Alexander Wilson: Local Hero
Paintings, Poetry, Politics and the Science of Ornithology
Hunterian Zoology Museum
17 June - 13 September 2013
On the 200th anniversary of his death, this exhibition celebrates the achievements of Alexander Wilson’s remarkable life as a naturalist, poet and artist. A true son of the Enlightenment, he was a gifted scientist, painter, poet and social commentator. Well recognised in the States as the founding father of the science of ornithology, he is almost forgotten in his native Scotland.
This exhibition highlights Wilson’s contribution to the science of ornithology and presents some of the research being carried out by the University of Glasgow into this exciting field of science.
Born in Paisley on 6 July 1766, Wilson left school at the age of 12 and had no further formal education. He trained for five years as a weaver, and then travelled around central Scotland as a pedlar. Thoughtful, politically active and interested in the natural world, he was strongly influenced by local poets such as Robert Burns. Wilson wrote poetry in the Scottish dialect, some criticising mill owners and their treatment of the weavers. Following the publication of one of these poems, Wilson was forced to burn copies in Paisley market place and imprisoned for two weeks in the Paisley Tolbooth. In 1794, he emigrated to the United States and never returned.
Arriving in America as an impoverished and relatively uneducated 28-year-old, Wilson became a school teacher and resumed his poetic writing. Befriended by Philadelphia naturalist William Bartram, his interest in nature flourished. he embarked on an ambitious project to document the birds of North America. He undertook long, ardious and hazardous journeys through vast areas of the American countryside, much of it on foot, and most often alone. He produced a magnificent nine volume work American Ornithology (1808 - 1814) and became a highly respected figure in the flourishing scientific centre of Philadelphia. However his exhaustive travelling contributed to his early death from dysentry in 1813.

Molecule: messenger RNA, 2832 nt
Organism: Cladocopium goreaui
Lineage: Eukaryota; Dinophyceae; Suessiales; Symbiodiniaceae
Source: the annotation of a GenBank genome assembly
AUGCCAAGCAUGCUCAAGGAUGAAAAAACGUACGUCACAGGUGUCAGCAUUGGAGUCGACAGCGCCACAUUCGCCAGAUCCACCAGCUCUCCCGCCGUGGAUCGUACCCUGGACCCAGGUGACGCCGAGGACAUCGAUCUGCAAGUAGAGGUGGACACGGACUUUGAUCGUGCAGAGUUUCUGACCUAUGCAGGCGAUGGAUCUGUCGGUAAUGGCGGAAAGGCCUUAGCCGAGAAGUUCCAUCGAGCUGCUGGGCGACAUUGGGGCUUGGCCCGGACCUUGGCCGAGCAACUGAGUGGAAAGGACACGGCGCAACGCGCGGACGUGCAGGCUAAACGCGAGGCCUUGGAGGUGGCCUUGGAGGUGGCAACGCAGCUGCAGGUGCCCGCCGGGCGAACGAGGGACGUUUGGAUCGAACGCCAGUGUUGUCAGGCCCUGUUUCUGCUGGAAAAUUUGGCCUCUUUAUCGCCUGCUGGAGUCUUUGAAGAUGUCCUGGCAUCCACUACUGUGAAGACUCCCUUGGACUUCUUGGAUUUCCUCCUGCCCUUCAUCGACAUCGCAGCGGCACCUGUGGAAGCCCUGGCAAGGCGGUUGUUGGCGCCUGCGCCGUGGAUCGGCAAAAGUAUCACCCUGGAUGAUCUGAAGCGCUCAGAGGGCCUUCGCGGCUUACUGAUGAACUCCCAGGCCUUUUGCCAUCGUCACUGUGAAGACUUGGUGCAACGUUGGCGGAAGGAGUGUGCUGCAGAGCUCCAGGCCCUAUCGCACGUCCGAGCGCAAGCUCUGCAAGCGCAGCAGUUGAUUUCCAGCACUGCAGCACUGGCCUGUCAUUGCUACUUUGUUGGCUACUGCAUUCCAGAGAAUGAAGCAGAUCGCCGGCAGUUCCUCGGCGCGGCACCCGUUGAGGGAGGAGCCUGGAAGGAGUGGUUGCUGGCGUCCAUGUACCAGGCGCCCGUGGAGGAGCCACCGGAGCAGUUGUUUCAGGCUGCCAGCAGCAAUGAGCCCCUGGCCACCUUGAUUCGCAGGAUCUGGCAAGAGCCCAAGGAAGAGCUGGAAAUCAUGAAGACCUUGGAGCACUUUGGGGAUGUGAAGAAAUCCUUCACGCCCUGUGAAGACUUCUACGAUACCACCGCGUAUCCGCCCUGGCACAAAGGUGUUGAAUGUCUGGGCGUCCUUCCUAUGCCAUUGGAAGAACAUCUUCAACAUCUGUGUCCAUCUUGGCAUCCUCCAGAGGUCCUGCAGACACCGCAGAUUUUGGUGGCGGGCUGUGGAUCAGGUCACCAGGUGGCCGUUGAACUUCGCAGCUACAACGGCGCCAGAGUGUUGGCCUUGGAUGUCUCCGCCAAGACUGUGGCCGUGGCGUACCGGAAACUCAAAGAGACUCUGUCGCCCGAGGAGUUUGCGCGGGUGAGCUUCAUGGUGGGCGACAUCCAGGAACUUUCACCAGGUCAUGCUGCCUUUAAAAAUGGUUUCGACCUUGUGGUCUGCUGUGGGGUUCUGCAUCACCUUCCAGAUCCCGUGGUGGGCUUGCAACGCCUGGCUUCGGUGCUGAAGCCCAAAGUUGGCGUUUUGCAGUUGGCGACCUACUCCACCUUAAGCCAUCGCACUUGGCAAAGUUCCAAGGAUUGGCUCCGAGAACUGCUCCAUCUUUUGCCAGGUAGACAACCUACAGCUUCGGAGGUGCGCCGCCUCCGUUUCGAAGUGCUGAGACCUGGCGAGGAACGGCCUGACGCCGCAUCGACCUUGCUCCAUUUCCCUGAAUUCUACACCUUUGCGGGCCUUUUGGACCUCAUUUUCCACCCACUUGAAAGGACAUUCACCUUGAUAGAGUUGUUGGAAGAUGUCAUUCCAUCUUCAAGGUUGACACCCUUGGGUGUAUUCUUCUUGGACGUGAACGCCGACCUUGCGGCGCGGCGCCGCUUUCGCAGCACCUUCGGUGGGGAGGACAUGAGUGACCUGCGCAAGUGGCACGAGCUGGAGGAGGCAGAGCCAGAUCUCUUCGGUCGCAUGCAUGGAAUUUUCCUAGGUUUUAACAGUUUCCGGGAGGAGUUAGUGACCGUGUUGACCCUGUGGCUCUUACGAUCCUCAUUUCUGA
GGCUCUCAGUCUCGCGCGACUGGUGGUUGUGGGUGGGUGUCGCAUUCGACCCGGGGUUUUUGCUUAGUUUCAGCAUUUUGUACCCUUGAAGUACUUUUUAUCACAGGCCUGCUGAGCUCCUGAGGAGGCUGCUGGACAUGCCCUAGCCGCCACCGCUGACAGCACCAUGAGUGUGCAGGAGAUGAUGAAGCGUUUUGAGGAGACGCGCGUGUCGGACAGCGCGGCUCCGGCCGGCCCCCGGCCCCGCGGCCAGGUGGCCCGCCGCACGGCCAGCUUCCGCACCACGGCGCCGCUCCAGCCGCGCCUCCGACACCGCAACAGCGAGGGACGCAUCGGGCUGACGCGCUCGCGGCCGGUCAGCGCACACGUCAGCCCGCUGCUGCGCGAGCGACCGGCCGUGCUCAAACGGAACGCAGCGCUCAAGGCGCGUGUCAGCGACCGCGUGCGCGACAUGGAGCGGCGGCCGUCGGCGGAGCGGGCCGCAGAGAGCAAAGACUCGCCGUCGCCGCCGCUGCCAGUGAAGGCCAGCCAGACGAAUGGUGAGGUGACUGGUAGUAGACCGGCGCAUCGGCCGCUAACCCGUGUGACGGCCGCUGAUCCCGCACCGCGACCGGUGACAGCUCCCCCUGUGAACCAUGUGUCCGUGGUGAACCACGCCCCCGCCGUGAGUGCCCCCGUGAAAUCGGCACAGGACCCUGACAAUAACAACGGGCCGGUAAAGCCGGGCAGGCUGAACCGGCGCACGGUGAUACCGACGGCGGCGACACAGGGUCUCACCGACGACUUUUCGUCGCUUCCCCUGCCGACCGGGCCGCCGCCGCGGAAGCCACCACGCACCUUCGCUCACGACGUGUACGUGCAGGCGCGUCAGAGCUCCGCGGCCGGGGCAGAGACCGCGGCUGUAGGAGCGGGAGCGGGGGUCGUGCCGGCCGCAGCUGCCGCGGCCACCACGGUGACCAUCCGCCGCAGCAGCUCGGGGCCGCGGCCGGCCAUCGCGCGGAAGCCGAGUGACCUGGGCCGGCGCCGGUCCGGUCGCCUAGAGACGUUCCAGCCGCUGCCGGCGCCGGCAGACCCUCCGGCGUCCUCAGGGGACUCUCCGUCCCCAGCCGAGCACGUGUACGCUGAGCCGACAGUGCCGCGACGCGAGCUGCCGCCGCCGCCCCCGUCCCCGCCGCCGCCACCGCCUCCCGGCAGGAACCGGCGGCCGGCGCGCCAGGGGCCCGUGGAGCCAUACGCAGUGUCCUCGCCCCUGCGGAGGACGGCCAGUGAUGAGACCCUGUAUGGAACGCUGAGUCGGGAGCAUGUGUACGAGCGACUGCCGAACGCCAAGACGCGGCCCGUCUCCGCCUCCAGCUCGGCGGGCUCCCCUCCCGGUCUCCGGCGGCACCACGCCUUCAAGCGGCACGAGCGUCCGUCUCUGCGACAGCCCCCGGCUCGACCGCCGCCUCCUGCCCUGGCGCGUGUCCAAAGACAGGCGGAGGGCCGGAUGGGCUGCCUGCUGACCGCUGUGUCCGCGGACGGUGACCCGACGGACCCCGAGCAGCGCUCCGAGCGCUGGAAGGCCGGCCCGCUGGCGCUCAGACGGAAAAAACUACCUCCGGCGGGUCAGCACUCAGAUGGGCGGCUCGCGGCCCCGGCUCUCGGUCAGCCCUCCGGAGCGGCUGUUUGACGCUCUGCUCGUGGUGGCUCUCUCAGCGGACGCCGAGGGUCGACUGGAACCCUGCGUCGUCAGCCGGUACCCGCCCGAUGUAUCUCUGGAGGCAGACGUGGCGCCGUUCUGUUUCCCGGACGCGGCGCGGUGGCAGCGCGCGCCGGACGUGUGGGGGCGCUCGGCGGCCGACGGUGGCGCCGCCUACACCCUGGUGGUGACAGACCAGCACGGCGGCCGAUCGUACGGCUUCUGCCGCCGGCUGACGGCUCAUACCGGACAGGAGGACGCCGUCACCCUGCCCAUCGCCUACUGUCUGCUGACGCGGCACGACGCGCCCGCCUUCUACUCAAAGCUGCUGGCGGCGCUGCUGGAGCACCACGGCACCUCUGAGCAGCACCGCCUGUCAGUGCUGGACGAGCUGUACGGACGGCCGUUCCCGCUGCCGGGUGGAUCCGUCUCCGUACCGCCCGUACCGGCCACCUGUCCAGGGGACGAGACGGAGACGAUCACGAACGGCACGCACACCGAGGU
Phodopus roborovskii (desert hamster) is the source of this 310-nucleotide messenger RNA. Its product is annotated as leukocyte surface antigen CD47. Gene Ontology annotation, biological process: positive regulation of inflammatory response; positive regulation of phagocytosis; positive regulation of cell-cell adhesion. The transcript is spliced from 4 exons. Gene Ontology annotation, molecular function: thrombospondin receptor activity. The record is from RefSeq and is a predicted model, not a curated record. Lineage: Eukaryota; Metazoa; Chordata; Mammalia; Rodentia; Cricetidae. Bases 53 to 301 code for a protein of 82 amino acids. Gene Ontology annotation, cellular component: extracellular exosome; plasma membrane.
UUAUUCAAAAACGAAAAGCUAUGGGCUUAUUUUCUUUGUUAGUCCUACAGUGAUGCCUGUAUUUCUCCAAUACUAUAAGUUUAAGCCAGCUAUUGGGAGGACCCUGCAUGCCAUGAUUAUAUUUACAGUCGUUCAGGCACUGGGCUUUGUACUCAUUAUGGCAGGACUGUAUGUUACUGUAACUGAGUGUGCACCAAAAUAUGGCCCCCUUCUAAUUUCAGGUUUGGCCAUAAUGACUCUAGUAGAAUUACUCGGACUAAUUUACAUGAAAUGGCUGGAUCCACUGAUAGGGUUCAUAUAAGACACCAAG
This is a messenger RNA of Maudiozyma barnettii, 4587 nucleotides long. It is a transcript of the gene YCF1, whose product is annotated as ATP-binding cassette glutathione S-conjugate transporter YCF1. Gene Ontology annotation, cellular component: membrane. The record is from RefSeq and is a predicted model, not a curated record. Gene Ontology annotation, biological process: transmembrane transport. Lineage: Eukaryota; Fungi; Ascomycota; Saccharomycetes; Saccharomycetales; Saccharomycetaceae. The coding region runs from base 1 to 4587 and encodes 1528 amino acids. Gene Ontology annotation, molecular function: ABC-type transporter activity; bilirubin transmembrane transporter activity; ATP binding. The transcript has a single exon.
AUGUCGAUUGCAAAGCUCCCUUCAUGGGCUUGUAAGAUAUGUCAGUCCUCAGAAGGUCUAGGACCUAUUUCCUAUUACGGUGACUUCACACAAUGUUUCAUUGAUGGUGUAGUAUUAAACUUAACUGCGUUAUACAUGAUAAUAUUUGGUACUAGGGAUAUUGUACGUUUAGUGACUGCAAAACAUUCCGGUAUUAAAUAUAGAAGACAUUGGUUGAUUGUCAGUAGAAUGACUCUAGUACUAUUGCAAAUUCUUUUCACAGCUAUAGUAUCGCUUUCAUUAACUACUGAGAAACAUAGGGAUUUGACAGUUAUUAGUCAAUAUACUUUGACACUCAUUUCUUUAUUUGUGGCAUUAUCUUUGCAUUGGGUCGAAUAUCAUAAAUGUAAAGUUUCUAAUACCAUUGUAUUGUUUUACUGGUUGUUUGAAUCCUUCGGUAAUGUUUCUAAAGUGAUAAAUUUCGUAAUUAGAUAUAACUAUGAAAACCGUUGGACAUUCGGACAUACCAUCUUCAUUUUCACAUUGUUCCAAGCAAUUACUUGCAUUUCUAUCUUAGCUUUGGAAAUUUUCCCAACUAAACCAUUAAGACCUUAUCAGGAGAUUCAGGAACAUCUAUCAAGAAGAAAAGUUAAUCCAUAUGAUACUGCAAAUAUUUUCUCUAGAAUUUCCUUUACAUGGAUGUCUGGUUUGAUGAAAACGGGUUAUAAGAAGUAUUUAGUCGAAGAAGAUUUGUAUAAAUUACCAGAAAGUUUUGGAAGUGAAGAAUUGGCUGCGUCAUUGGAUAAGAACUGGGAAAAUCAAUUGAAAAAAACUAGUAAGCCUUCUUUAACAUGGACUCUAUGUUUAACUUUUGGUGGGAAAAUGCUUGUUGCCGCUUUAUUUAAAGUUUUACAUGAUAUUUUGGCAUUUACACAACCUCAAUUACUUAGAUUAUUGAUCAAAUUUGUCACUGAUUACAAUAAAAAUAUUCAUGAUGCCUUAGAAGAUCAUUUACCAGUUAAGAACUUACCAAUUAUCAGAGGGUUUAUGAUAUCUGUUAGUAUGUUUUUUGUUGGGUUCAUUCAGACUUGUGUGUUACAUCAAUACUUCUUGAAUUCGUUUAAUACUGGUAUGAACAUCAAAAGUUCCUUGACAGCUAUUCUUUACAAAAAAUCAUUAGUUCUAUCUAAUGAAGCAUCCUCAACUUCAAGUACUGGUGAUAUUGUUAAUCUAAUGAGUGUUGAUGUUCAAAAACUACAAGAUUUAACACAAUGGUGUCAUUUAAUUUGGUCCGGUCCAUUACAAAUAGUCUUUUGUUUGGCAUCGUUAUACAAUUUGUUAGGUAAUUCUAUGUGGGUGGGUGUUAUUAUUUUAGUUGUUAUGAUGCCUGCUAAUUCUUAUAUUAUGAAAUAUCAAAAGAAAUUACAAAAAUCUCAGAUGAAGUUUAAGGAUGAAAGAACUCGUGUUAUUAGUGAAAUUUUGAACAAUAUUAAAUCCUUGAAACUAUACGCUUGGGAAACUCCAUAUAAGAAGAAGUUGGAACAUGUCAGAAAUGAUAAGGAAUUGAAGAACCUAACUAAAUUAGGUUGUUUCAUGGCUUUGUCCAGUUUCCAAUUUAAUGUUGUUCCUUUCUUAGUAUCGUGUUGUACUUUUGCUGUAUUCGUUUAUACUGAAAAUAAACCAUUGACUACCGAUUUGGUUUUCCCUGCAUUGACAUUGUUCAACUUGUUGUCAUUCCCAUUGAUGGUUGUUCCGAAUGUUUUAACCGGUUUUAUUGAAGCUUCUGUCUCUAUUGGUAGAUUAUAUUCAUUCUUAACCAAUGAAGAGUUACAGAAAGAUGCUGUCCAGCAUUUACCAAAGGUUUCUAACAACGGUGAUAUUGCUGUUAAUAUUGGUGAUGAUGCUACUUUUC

‘I was a wanderer when I was in Scotland, and I have been much more so since my arrival here. Few Americans have seen more of their country than I have done, and none love it more’. 8th November 1811
Literary men of reformist politics faced a difficult time in 1790s Scotland. Suspicious of the energies unleashed by the French Revolution, the authorities clamped down on those challenging the established order. Alexander Wilson did enjoy some fame in Scotland. His Laurel Disputed on the history of poetry in Scots was a work he recited at a poetry competition in Edinburgh in 1791, to a great deal of popular acclaim. Even more successful, Watty and Meg was a virtuoso performance in Scots that sold in large numbers in broadside form in 1792 and was assumed by many to be the work of Robert Burns. A hugely promising Pastoral poet, Wilson suffered the nadir of his career when, he fell foul of the law for having libelled a Paisley mill owner in his poem The Shark, or, Lang Mills Detected, a work that took the side of his fellow-weavers in a dispute about pay.